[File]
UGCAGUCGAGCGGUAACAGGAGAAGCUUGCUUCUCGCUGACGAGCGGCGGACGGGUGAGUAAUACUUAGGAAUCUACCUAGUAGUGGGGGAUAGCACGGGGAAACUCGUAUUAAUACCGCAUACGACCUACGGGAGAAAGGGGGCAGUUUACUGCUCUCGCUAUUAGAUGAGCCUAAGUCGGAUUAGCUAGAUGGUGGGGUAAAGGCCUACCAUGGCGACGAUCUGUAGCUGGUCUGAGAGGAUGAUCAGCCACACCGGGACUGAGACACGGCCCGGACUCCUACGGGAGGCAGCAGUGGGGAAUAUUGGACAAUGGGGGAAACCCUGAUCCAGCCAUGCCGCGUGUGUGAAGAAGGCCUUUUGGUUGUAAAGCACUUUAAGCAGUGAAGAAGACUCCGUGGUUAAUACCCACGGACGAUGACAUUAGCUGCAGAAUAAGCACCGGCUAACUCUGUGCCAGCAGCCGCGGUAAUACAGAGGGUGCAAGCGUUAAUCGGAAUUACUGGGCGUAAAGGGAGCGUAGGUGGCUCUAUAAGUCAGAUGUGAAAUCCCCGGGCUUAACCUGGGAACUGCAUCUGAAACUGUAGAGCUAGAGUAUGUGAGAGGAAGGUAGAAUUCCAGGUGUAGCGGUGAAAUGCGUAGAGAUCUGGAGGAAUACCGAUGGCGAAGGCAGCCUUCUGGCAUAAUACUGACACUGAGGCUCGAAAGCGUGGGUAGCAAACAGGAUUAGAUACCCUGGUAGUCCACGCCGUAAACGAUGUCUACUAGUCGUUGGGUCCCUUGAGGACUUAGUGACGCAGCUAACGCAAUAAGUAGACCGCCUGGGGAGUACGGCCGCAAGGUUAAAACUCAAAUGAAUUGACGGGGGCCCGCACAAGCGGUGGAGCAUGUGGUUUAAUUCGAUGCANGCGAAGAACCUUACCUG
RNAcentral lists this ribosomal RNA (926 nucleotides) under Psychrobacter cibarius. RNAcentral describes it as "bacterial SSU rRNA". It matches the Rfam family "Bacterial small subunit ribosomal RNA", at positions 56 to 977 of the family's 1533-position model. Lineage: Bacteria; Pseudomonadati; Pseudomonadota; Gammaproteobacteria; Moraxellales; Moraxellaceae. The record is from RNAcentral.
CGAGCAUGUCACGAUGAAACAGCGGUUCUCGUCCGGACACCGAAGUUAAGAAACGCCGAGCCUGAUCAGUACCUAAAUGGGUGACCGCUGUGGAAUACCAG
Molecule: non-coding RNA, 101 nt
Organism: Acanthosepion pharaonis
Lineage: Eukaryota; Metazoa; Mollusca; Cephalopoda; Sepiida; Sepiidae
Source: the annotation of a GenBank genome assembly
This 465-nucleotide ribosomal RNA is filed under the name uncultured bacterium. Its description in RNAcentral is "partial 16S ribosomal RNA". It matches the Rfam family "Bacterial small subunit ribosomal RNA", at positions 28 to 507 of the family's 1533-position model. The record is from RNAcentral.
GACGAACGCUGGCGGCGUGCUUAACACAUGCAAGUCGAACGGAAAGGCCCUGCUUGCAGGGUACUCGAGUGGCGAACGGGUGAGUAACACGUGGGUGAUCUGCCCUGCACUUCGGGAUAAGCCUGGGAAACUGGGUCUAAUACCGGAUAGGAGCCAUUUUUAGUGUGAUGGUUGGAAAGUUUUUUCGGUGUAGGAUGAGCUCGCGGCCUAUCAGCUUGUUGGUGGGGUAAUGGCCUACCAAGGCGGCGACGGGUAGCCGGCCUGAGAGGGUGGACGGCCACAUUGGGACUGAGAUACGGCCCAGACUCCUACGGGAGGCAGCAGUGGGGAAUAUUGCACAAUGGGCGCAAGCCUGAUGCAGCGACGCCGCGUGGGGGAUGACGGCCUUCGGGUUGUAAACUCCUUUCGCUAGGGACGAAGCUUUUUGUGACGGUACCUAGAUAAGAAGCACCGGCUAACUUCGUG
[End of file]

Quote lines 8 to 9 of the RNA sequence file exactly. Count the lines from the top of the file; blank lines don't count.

This 465-nucleotide ribosomal RNA is filed under the name uncultured bacterium. Its description in RNAcentral is "partial 16S ribosomal RNA". It matches the Rfam family "Bacterial small subunit ribosomal RNA", at positions 28 to 507 of the family's 1533-position model. The record is from RNAcentral.
GACGAACGCUGGCGGCGUGCUUAACACAUGCAAGUCGAACGGAAAGGCCCUGCUUGCAGGGUACUCGAGUGGCGAACGGGUGAGUAACACGUGGGUGAUCUGCCCUGCACUUCGGGAUAAGCCUGGGAAACUGGGUCUAAUACCGGAUAGGAGCCAUUUUUAGUGUGAUGGUUGGAAAGUUUUUUCGGUGUAGGAUGAGCUCGCGGCCUAUCAGCUUGUUGGUGGGGUAAUGGCCUACCAAGGCGGCGACGGGUAGCCGGCCUGAGAGGGUGGACGGCCACAUUGGGACUGAGAUACGGCCCAGACUCCUACGGGAGGCAGCAGUGGGGAAUAUUGCACAAUGGGCGCAAGCCUGAUGCAGCGACGCCGCGUGGGGGAUGACGGCCUUCGGGUUGUAAACUCCUUUCGCUAGGGACGAAGCUUUUUGUGACGGUACCUAGAUAAGAAGCACCGGCUAACUUCGUG